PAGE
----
Disaster as an Opportunity: Alternatives for Debris Management at the Las Nutrias Riverbank in Oaxaca, Mexico
Dení López | Nadyeli Quiroz | Betzabe Valdés | Marisa Villareal
Bisa’bi nga ra guiigu’ (If something is useless, throw it to the river) – Popular Zapotec saying
Our site investigation will study the seismic and floodable urban area along the Las Nutrias (Guigu Bicu Nisa) riverbank in Oaxaca, comprised by five Zapotec municipalities: Ciudad Ixtepec, Asunción Ixtaltepec, El Espinal, Juchitán de Zaragoza, and Santa María Xadani. Following the devastating earthquakes of September of 2017, Asunción Ixtaltepec’s riverbank became a humongous, improvised, and unprotected rubble dumpsite to serve as a barrier against periodic floods. Sadly, it was the municipality with the most unambiguous debris management initiative, and it completely disregarded potential environmental damage or future strategies for rubble management. The rest of the towns spread mounts of waste construction material along streets, “temporary” dump sites, and their corresponding (and already heavily polluted) riverbank. Nine months later, there is still a long way to go regarding demolition and rubble discard, and no one is thinking about implementing a better scheme.
Our goal is to create a new narrative that integrates bottom-up and technical knowledge to inform the medium and long-term reconstruction and development process along this rural-urban corridor. To create a holistic strategy that looks beyond housing provision, we will focus on studying the use, misuse, characteristics, alternatives, and intersections regarding the built and natural environment, public space, waste management, and cultural identity. We will conduct a community needs survey, a thorough mapping and ecological study, a series of creative mapping workshops, and detailed interviews with key actors within and outside the local population (such as government agencies, academic institutions, non-profit organizations, and private-sector enterprises). As students, we recognize our responsibility to gather, generate and share objective and neutral information to foster cross-scalar dialogue that leads to sustainable actions. We will create and distribute a digital information repository, a video, and a booklet to hopefully spark integrative conversations about recovery and forge new partnerships.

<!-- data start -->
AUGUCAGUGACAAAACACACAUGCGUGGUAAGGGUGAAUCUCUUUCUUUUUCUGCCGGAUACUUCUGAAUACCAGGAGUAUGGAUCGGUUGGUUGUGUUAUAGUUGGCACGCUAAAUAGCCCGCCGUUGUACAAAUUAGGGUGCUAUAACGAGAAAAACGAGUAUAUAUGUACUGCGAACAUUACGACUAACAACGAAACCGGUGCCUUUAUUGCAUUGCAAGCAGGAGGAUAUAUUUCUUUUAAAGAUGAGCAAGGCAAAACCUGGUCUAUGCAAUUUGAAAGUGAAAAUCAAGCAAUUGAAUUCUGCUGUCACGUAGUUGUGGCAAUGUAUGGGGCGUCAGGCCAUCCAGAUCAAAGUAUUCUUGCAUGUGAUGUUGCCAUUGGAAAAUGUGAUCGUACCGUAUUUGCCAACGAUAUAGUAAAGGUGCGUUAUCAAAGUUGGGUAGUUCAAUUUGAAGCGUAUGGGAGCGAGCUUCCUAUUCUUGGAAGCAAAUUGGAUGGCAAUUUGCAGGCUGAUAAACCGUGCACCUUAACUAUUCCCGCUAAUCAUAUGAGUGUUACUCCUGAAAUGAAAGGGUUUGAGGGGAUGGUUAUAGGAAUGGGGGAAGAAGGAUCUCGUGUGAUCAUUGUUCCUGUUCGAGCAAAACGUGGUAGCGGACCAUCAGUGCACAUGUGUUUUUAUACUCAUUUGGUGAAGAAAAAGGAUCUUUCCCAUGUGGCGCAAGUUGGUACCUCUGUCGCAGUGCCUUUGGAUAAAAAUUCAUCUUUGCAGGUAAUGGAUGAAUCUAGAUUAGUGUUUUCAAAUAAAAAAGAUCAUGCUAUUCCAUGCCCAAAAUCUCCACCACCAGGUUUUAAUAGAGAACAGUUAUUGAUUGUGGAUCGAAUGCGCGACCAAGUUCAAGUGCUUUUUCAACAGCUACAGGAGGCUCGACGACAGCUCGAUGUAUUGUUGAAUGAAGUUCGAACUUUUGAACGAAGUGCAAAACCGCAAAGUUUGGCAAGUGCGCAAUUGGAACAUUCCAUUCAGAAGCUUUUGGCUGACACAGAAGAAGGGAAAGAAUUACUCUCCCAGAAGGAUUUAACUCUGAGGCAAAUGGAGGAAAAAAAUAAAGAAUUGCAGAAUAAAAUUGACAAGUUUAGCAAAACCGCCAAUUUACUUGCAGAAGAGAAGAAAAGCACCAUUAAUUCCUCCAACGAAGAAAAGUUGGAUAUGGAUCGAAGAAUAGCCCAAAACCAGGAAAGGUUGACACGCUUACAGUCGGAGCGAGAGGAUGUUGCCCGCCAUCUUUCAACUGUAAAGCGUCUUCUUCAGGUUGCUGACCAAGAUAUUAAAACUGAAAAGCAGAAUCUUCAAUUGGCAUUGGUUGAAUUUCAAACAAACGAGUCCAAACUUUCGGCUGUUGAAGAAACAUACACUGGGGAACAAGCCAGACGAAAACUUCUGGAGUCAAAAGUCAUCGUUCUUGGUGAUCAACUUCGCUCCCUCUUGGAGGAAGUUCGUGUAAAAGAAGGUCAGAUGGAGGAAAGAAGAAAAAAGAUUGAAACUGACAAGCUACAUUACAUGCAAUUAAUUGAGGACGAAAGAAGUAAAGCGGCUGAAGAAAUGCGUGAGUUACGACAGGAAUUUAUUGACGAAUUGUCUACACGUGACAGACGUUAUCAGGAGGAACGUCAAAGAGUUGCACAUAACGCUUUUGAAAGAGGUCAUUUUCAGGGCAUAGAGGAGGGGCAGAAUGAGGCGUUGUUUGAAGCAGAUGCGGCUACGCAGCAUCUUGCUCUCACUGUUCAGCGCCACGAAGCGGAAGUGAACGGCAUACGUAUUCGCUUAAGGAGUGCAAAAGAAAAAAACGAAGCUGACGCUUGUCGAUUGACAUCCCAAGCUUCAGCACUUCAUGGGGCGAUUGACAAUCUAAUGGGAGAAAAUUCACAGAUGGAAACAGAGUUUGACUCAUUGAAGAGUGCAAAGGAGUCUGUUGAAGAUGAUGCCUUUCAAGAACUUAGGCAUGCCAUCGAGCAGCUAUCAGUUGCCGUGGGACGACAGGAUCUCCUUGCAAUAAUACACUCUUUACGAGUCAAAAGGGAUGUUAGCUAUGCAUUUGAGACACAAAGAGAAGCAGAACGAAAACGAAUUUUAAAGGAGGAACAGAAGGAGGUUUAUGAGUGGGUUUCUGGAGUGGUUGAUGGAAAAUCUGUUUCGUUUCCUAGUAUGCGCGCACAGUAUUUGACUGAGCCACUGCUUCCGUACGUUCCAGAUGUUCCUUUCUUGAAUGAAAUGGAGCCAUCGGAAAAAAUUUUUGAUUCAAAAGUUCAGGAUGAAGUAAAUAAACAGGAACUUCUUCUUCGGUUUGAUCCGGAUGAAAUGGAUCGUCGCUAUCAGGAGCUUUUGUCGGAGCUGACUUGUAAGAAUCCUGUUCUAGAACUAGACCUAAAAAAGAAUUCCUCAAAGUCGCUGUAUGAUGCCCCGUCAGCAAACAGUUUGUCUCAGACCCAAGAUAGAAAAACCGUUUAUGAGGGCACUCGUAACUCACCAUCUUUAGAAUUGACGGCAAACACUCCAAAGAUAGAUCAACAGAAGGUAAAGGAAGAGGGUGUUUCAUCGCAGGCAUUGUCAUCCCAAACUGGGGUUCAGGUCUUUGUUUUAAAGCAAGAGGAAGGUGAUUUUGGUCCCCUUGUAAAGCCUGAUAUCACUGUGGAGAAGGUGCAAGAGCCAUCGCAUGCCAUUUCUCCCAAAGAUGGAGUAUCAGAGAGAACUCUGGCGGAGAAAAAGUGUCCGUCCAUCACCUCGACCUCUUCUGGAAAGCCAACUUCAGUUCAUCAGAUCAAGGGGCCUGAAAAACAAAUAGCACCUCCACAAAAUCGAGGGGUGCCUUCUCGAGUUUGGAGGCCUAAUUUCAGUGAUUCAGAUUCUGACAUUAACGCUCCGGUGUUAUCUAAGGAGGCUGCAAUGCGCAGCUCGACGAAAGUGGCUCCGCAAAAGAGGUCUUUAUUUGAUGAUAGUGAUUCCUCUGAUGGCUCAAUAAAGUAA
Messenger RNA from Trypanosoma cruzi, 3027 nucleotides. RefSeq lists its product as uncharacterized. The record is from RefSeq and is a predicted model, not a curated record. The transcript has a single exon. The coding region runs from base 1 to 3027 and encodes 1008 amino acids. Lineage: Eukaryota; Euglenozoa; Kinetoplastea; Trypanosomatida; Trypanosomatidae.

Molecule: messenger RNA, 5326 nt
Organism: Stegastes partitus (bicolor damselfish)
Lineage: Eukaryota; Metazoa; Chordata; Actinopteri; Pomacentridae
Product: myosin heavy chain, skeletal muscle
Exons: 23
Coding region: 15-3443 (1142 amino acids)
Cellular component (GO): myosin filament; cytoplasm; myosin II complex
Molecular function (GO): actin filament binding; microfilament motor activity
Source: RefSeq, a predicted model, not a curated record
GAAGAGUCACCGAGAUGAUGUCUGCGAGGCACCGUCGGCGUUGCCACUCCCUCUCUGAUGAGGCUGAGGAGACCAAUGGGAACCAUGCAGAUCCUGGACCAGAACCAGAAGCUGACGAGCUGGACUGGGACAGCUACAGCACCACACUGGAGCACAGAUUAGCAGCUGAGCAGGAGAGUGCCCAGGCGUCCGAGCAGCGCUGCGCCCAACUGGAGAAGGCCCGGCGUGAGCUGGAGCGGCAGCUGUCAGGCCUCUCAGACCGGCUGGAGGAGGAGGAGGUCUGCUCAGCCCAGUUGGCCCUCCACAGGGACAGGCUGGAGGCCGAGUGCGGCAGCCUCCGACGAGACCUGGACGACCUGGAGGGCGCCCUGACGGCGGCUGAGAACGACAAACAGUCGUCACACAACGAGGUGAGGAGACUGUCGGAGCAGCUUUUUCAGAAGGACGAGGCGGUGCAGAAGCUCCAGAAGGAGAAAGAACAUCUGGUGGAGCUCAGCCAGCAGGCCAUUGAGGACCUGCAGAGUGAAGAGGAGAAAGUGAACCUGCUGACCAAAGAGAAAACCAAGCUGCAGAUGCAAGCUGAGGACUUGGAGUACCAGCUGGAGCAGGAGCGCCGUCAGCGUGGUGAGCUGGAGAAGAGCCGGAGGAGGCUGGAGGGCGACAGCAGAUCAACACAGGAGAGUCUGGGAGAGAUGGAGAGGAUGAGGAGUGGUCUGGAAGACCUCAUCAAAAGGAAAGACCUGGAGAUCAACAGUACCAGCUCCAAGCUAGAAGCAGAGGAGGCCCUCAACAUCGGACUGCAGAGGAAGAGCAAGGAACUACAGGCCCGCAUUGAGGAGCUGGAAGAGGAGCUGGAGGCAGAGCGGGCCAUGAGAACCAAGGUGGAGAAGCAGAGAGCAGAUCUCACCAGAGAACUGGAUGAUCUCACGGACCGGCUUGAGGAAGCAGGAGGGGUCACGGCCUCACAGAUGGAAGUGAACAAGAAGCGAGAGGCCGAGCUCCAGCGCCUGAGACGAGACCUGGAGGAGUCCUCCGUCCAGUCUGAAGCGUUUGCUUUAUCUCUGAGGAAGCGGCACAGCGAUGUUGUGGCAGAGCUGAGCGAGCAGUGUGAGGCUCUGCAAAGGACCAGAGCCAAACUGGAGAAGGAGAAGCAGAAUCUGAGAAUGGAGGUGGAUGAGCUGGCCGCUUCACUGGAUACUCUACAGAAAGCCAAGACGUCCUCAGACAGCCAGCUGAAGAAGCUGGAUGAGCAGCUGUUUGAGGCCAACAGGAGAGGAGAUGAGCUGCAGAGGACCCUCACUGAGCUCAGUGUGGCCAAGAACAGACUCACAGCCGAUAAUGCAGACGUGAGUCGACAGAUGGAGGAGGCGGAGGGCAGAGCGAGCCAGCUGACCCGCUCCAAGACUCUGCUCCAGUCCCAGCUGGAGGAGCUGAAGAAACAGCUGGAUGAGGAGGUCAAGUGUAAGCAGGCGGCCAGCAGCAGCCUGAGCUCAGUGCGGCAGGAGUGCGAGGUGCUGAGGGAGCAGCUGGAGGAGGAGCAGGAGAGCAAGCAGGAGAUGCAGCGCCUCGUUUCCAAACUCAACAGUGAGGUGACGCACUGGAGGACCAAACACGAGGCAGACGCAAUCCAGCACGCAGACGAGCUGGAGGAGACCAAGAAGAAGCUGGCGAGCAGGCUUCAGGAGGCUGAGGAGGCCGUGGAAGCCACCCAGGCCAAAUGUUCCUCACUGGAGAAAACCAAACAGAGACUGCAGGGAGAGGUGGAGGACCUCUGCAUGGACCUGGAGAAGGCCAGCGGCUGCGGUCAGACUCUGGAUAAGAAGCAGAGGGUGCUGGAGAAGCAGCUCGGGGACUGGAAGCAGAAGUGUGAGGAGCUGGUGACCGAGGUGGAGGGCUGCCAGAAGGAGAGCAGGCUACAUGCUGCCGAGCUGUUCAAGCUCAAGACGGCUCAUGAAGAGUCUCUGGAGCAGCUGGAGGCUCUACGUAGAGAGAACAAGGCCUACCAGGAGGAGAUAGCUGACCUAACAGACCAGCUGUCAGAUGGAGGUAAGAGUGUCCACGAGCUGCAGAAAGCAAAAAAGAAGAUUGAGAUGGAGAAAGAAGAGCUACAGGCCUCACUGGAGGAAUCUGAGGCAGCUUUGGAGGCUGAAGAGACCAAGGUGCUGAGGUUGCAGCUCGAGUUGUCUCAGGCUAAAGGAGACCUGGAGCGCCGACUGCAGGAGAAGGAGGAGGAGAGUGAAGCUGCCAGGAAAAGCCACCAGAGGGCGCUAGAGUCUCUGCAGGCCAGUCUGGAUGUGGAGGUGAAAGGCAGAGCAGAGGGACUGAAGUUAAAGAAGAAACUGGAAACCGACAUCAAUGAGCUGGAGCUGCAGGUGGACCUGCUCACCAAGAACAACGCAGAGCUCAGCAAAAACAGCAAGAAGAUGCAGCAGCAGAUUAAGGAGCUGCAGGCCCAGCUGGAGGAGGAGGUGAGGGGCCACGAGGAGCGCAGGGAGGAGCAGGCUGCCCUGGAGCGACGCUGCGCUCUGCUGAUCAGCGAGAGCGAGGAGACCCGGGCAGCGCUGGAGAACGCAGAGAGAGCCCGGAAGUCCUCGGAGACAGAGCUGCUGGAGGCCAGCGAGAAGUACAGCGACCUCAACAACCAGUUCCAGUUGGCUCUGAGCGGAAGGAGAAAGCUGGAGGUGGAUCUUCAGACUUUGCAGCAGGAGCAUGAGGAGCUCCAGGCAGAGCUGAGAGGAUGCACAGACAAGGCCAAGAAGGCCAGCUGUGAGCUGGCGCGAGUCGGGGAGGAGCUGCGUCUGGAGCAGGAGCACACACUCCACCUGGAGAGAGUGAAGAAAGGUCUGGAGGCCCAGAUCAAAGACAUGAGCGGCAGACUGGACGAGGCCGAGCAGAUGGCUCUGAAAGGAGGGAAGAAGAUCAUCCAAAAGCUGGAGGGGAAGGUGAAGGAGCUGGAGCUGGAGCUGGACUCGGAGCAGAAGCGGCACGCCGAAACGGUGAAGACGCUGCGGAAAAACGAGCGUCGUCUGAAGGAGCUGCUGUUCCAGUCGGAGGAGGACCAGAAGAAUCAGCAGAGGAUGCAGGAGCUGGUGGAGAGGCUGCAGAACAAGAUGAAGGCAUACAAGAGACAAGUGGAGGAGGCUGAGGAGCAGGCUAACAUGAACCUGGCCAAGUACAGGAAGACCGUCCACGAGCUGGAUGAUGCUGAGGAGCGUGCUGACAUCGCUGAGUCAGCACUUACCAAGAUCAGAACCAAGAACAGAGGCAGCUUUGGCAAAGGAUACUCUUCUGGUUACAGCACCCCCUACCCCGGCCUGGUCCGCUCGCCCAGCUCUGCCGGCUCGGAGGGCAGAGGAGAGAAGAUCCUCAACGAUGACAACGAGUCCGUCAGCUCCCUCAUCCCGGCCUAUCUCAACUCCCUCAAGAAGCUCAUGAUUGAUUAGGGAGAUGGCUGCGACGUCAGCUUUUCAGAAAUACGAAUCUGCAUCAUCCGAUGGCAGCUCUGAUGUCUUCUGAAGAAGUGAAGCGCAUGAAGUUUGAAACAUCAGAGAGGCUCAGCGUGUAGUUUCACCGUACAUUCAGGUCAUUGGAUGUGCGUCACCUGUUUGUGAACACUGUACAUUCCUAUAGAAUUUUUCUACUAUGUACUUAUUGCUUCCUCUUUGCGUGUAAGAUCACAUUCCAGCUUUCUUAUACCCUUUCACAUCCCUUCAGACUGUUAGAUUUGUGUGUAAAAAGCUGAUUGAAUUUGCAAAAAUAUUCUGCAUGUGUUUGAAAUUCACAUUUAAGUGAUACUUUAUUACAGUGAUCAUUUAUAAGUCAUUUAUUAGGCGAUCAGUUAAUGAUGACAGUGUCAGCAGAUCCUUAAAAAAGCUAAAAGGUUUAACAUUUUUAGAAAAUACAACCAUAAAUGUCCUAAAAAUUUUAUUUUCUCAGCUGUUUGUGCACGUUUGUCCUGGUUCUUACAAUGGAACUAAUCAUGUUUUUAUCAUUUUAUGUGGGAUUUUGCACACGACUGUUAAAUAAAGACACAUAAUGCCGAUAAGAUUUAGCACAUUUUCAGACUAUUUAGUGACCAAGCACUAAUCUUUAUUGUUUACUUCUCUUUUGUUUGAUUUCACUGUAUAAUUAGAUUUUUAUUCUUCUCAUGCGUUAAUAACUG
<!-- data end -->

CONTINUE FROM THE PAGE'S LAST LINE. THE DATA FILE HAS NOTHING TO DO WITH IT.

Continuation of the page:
This research, funded by the Penny White Project Fund, the David Rockefeller Center for Latin American Studies, and the International Community Service Fellowship will initiate our year-long thesis and set a precedent for a different kind of preemptive intervention in areas. We will map prospective rubble deposits, understand the towns on the riverbank along with their pre-and-post disaster underlying power structures, and comprehend the type of proposal that could strengthen the local sense of place. We intend to develop an environmentally conscious project-based plan and incremental action that serves as a foundation to deal with inevitable upcoming disasters and negotiates between the people, institutions, and other development experts. In other words, we see this as the first step to create a comprehensive flood-control project and community-led public space along the river.